Erikson retired from the Harvard teaching faculty in 1970, but he hardly retired from writing. Although he did not complete any more long psychobiographies along the lines of the Luther and Gandhi books, he wrote thoughtful shorter works on Thomas Jefferson and on Jesus. With the full participation of his wife Joan, he continued to write about the later stages of the life cycle. Perhaps his most interesting treatment of the final stage, dealing with the crisis he called “ego integrity versus despair,” was a paper he had originally developed for his Harvard undergraduate course as a commentary on the Ingmar Bergman film Wild Strawberries. The film depicts an elderly Scandinavian professor’s review of his entire life cycle on the day he is to receive an honorary degree for his life’s work—no doubt a personally resonant film for Erikson, but also an excellent medium for him to communicate to young people what it means to look back on one’s life at its end and to assess whether it has been emotionally and morally rewarding or deeply disappointing.
Personality development, in Erik H. Erikson’s view, occurs through a series of identity crises that occur in stages that must be overcome and internalized. Erikson is best known for identifying eight stages of psychosocial development in the human life cycle and for his concept of the identity crisis. He expanded psychoanalytic theory to include the influence of cultural variations on individual ego development, and showed how personality development in certain key individuals can induce widespread cultural changes. For his book Gandhi’s Truth, he won a Pulitzer Prize and a National Book Award. By improving Sigmund Freud’s case-history research methods and extending their application beyond childhood to the entire life span, Erikson became the father of contemporary psychobiographical research.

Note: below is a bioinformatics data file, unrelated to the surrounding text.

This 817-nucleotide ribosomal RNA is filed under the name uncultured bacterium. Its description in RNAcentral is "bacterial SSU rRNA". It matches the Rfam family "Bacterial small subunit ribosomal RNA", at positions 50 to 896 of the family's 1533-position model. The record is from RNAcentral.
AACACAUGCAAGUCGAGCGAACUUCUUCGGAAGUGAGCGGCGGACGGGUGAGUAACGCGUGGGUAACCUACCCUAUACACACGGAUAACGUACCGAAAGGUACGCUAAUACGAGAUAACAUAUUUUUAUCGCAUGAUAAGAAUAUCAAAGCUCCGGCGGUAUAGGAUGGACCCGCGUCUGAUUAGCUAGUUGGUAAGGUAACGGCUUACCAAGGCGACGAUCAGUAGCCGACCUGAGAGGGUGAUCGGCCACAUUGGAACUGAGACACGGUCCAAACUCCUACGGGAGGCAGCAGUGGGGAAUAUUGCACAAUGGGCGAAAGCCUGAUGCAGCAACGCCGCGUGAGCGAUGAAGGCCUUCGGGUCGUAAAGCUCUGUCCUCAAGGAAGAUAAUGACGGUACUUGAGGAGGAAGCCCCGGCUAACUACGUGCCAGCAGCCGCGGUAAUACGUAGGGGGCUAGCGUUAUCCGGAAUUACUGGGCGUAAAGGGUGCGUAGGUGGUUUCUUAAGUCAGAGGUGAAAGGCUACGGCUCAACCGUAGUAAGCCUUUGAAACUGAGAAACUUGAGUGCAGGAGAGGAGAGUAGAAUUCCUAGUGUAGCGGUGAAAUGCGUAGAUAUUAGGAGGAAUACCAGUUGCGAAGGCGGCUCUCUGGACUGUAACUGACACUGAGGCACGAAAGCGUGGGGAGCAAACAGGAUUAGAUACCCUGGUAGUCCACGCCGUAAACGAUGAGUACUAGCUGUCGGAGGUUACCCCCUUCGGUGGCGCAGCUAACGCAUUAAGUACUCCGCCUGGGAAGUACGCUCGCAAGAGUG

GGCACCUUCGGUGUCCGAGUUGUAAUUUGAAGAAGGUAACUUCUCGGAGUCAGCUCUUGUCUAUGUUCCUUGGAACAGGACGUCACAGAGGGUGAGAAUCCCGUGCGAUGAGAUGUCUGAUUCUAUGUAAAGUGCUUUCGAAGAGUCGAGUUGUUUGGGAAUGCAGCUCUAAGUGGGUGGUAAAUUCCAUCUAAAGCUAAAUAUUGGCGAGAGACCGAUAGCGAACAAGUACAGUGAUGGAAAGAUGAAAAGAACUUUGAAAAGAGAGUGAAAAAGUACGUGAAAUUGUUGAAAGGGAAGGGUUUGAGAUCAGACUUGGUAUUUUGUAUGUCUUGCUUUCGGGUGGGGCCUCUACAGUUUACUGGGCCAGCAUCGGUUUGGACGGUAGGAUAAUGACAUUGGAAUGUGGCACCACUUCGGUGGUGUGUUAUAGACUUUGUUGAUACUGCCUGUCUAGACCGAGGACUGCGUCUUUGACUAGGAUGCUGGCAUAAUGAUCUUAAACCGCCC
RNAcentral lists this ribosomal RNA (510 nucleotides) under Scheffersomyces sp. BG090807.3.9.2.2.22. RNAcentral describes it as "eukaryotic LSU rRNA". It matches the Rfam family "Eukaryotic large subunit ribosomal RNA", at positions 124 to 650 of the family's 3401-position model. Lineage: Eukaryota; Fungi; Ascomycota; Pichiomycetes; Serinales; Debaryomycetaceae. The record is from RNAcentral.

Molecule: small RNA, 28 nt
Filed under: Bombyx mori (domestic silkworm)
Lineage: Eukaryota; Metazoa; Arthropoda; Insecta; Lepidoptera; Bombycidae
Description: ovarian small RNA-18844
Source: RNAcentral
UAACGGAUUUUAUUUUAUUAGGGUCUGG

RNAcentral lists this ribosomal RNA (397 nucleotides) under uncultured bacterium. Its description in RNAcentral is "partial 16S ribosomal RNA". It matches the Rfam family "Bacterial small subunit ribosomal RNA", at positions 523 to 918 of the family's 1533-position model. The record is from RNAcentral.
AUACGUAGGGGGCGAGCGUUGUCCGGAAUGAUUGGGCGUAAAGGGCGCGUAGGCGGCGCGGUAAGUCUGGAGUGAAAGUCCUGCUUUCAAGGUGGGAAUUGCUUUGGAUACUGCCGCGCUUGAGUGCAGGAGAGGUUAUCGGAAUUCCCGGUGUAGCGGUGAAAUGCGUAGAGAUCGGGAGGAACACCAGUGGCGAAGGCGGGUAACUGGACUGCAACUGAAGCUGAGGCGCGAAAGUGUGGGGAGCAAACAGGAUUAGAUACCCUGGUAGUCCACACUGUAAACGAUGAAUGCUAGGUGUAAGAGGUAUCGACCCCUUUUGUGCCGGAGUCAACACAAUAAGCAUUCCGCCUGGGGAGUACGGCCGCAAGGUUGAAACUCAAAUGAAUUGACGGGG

“Erikson, Erik Homburger.” Complete Dictionary of Scientific Biography. 2008. Retrieved June 19, 2016 from Encyclopedia.com: http://www.encyclopedia.com/doc/1G2-2830905654.html